34 wild bison released on Montana Indian reservation

34 genetically pure bison were released into a 1,000 acre pasture Aug. 22, 2013, on the Fort Belknap Reservation in northern Montana.(Photo: Rion Sanders, Great Falls (Mont.) Tribune)
34 genetically pure bison were released into a 1,000 acre pasture Aug. 22, 2013, on the Fort Belknap Reservation in northern Montana.(Photo: Rion Sanders, Great Falls (Mont.) Tribune)





These bison have no cattle genes, are closest to ones that used to roam the Great Plains.

Karl Puckett, Great Falls (Mont.) Tribune  August 23, 2013

FORT BELKNAP AGENCY, Mont. — Genetically pure bison are back at Fort Belknap Indian Reservation after a century’s absence.

Tribal officials released 34 wild bison Thursday that were free of cattle genes.

“It’s a great day for Indians and Indian Country,” said Mark Azure, who heads the bison program for the Gros Ventre and Assiniboine tribes that call the 1,055-square-mile reservation home.

Soon, animals in the herd were just brown specks on the horizon.

The bison were transported from Fort Peck Indian Reservation. Last year, officials from the Montana Department of Fish, Wildlife and Parks transplanted 70 bison from Yellowstone National Park to Fort Peck, ultimately planning to transport half of those to Fort Belknap. The Yellowstone animals are remnants of pure bison that once roamed the entire state.

Legal action from ranching and property-rights interests held up the transfer to Fort Belknap. But earlier this summer, the Montana Supreme Court said the transfers were legal, setting up Thursday’s bison return.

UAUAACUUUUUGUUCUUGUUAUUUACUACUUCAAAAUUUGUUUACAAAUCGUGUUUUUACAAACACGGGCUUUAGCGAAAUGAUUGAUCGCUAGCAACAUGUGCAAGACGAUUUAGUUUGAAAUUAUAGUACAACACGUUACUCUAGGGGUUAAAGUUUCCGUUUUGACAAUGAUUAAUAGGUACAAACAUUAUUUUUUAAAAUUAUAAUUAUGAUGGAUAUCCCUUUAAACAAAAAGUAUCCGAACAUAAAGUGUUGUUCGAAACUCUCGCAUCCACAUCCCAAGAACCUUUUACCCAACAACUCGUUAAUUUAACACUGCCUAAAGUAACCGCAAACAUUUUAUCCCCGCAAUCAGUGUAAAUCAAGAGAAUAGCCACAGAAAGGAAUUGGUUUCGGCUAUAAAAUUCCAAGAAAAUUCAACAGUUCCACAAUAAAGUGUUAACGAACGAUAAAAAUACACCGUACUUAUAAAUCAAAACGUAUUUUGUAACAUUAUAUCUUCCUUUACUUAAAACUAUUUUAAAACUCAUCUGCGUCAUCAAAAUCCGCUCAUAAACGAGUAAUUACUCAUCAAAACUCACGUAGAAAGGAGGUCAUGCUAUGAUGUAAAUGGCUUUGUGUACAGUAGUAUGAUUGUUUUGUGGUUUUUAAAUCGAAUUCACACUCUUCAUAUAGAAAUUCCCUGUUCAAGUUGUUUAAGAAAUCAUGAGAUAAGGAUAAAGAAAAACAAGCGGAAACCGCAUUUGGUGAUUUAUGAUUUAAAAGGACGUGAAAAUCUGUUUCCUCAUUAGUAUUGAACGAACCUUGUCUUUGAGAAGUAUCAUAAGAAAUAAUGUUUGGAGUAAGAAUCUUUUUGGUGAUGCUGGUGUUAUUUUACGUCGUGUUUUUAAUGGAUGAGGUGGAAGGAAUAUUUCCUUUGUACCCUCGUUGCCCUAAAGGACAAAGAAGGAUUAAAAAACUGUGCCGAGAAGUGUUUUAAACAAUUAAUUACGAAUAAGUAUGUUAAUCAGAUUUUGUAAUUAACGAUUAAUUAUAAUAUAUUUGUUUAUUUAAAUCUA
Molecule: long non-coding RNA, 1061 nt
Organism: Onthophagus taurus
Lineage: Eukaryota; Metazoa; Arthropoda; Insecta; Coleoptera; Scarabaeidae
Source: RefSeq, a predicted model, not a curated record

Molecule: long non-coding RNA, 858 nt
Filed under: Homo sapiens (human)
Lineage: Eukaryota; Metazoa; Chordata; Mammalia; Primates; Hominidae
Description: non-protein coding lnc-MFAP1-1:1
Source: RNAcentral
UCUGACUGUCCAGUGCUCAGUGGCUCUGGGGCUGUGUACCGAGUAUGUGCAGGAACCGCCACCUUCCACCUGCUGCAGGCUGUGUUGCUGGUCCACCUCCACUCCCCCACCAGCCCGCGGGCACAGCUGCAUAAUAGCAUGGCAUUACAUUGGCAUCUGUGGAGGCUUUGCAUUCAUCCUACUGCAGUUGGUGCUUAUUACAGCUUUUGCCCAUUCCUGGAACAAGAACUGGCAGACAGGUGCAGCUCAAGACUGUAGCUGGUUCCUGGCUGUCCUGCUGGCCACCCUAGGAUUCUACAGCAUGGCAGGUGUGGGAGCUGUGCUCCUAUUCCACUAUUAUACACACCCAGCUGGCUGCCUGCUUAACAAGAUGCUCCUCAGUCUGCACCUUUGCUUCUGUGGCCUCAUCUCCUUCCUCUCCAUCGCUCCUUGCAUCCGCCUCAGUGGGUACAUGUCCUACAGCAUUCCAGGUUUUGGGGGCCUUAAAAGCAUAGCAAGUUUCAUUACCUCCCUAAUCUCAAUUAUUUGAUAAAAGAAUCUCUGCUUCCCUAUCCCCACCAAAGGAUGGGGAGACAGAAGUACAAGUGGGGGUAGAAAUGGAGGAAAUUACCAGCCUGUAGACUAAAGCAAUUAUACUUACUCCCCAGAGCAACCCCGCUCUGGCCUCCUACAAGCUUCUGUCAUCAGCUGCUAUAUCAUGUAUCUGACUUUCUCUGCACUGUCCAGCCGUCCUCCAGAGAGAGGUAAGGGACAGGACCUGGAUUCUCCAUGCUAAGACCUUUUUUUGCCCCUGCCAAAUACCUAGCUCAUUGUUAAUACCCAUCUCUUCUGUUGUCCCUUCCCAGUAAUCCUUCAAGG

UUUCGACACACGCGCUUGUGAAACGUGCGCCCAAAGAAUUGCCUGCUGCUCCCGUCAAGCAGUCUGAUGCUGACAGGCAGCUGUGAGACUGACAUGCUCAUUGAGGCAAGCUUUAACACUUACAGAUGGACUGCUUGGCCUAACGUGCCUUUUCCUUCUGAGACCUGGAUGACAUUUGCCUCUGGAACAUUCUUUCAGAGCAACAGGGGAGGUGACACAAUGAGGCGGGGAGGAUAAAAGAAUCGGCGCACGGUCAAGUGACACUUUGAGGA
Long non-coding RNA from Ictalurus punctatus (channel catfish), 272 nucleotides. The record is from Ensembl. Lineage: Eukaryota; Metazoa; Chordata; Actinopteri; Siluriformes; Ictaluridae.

“It helped us, our ancestors, survive out here on the prairie,” Azure said of the bison. “So to be able to take that next step and return the favor, so to speak, it feels good.”

Of the 34 bison released in a 1,000-acre pasture with an 8-foot fence, all but two were hauled in a semi-trailer. Two big bulls were separated from the herd and transported separately. One cow was injured and was not released.

Tribal officials see the animals as a way to help manage bison that leave Yellowstone Park each year and are hazed or killed. They also hope to perpetuate long-term survival of the species in Montana.

Fort Belknap will manage a herd of about 150 of the wild bison and use them as seed stock for other agencies or tribes looking to reintroduce bison, said Mike Fox, a tribal councilman for the northern Montana reservation that has about 7,000 enrolled members.

“On the cultural side, they took care of us at one time, and now it’s time for us to take care of them,” he said.

Blood tests were taken Tuesday and Wednesday, and results came back Thursday with all of the animals negative for disease. When the results arrived, the bison drive from Fort Peck to Fort Belknap ensued.

Rows of pickup trucks and cars lined up Thursday as if they were at a drive-in movie to watch the animals charge out of the trailers through a chute and then to freedom. Some of the animals snorted and stomped inside the trailers while a few had to be prodded to escape. A pipe ceremony was conducted to welcome the animals.

“I wouldn’t miss this, gosh,” said Patty Quisno, a tribal council member.

Warren Bell, driver of the semi-trailer that hauled most of the bison, said he departed Fort Peck Indian Reservation 30 miles north of Wolf Point, Mont., for the 180-mile journey west to Fort Belknap. Azure, driving a pickup truck hauling a trailer with the two large bulls, was following about an hour behind.

“Well, they’re pure buffalo. They’re not mixed with anything,” Bell said of the high interest in the animals as kids and adults peered through slits in the trailer to get look at the big beasts at Horse Capture Community Park.

The bison were trucked first to a community gathering at the park, then on to the horse pasture, which is 16 miles south of Fort Belknap Agency. A police vehicle with a flashing light led the semi-trailer down the highway followed by a long line of vehicles.

The tribe has a commercial herd of 500 bison, but they have cattle genes. They’re kept in a separate pasture.

Fox said the last few bison that remained in the area disappeared around 1910.

“It’s a homecoming for the animals,” Fox said.